Barnum Island suffered extensive damage after superstorm Sandy, seen on...

Barnum Island suffered extensive damage after superstorm Sandy, seen on Nov. 1, 2012. Credit: Howard Schnapp

The Town of Hempstead received a $25,000 grant from Nassau County to plant trees in Barnum Island, replacing trees lost during superstorm Sandy.

Barnum Island was one of many communities on Long Island left with extensive damage after superstorm Sandy in 2012. A plan to rebuild marshes and beaches in Barnum Island and surrounding towns was developed by the NY Rising Community Reconstruction Plan.

“The Town of Hempstead lost over 1,000 trees in the immediate aftermath of superstorm Sandy, but we continue to lose trees, especially around Island Park and Barnum Island, due to the prolonged saltwater exposure during the storm,” Hempstead Supervisor Laura Gillen said.

The budget to plant trees comes out of Nassau County’s Community Revitalization Program.

The town’s engineers estimate that between 90 and 100 trees will be planted, and that planting will begin as early as spring and will be done before the end of the year, Gillen said.

“The positive economic, environmental and health benefits of having more trees in the Town of Hempstead is a triple play for taxpayers,” Gillen said. “They are proven to enhance economic stability by attracting more business, and improving both our overall water and air quality.”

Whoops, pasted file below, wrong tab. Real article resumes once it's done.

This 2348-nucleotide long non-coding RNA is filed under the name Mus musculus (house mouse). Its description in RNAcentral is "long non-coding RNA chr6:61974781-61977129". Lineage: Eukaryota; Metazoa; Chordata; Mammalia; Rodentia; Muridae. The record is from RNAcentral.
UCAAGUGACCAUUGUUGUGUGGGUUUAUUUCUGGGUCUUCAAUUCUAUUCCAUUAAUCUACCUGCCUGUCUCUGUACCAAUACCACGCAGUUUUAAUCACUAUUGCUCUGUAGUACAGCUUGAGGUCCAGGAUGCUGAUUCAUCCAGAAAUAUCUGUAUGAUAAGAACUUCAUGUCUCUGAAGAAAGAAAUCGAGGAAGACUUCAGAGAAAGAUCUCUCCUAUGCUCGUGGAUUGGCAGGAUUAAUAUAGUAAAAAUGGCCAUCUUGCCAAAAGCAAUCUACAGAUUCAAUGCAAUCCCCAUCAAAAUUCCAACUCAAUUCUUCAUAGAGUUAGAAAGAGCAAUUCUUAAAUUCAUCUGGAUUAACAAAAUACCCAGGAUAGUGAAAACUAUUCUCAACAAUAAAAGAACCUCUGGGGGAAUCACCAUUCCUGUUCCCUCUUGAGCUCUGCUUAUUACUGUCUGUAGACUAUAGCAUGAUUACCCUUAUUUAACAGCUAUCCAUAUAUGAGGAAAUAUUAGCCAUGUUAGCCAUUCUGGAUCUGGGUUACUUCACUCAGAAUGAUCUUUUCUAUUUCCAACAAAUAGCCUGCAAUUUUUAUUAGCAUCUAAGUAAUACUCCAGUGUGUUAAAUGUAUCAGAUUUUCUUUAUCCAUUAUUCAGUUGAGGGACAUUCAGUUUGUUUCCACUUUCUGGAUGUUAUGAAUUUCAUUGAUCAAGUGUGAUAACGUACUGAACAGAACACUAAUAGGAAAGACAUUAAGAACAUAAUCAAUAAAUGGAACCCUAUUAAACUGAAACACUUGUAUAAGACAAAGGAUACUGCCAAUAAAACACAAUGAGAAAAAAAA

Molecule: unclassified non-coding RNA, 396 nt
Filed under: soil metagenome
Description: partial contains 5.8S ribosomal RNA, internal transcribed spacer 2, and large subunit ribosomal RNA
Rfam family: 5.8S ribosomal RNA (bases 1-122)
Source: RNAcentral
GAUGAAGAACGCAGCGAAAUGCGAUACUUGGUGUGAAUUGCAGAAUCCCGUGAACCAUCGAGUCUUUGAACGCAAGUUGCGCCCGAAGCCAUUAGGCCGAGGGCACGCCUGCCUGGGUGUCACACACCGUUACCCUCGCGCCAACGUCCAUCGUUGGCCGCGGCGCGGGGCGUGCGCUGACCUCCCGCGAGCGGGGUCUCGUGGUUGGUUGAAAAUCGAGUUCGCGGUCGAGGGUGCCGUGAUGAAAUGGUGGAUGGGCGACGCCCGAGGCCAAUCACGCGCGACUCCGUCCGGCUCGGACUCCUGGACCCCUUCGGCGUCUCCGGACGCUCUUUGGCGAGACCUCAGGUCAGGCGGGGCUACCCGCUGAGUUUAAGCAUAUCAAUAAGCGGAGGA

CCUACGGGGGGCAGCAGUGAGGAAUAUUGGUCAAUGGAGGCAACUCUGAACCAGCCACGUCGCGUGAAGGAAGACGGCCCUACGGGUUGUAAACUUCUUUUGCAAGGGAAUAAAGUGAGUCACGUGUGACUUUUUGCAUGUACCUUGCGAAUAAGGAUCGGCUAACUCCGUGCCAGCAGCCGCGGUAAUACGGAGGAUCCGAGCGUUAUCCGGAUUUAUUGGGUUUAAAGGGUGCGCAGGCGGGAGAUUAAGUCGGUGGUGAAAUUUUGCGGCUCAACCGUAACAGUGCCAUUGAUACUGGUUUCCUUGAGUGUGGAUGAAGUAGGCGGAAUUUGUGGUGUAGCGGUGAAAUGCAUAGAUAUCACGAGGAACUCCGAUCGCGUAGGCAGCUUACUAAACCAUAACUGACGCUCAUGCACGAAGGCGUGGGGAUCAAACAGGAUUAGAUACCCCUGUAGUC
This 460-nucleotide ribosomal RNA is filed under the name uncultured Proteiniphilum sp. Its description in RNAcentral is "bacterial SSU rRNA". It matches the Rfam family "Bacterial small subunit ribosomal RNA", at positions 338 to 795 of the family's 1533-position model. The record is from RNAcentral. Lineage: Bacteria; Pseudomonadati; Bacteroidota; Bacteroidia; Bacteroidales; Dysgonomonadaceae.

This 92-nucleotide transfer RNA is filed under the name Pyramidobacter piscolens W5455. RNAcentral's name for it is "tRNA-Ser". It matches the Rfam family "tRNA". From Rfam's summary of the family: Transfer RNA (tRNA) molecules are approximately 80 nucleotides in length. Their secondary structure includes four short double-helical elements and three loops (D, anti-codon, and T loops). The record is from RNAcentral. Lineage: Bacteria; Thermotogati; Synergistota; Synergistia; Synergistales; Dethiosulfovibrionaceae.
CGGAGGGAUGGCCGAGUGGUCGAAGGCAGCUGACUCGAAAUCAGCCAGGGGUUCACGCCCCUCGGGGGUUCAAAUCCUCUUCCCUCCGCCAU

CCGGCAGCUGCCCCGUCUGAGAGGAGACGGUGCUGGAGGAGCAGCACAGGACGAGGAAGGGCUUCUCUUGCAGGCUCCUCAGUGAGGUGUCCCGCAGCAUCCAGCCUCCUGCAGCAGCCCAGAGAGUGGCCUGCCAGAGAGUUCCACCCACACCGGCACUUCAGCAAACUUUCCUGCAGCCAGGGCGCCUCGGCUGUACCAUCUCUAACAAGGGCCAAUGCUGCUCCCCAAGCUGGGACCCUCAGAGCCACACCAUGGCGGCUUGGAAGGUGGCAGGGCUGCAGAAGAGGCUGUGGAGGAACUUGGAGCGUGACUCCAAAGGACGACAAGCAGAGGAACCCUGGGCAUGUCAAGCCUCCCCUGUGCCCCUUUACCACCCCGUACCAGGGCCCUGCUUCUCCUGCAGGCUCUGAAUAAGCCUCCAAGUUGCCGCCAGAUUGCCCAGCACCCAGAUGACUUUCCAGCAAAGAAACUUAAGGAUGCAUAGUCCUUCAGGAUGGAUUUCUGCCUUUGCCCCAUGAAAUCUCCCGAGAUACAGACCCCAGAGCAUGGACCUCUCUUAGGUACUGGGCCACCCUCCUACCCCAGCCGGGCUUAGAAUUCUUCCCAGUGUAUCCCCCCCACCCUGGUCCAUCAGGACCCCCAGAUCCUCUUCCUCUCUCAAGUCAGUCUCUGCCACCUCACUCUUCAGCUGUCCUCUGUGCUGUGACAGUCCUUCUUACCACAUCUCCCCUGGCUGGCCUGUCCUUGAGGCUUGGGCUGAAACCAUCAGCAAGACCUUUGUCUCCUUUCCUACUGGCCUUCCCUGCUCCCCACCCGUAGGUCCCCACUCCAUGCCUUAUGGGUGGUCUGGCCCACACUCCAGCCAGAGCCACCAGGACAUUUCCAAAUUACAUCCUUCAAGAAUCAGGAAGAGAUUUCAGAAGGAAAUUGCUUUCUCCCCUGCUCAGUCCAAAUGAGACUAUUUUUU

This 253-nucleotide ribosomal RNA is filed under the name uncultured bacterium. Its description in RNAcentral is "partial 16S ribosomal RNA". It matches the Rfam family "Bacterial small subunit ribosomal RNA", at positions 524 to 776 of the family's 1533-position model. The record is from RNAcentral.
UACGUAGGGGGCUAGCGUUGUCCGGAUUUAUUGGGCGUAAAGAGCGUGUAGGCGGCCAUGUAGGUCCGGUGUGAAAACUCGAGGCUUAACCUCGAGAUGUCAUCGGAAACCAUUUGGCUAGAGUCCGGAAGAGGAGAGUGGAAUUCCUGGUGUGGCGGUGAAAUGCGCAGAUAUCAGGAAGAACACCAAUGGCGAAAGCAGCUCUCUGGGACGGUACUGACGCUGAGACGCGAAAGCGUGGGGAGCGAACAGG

Hempstead Councilman Anthony D’Esposito, whose district includes Barnum Island, said, “These trees, which are part two of a revitalization plan that has already resulted in many new trees in Harbor Isle, will go a long way to bringing back some of the natural beauty of these two great communities.”

In neighboring Long Beach, the town unveiled a $1.5 million project to replant trees lost to Sandy in 2015. The project was entirely funded by grants, including $75,000 from actor Billy Crystal, who grew up in Long Beach, money from the Federal Emergency Management Agency and city funding. The city planted around 1,900 trees.

Long Beach planted 150 more trees in 2016 during the city’s second phase of tree replacement.

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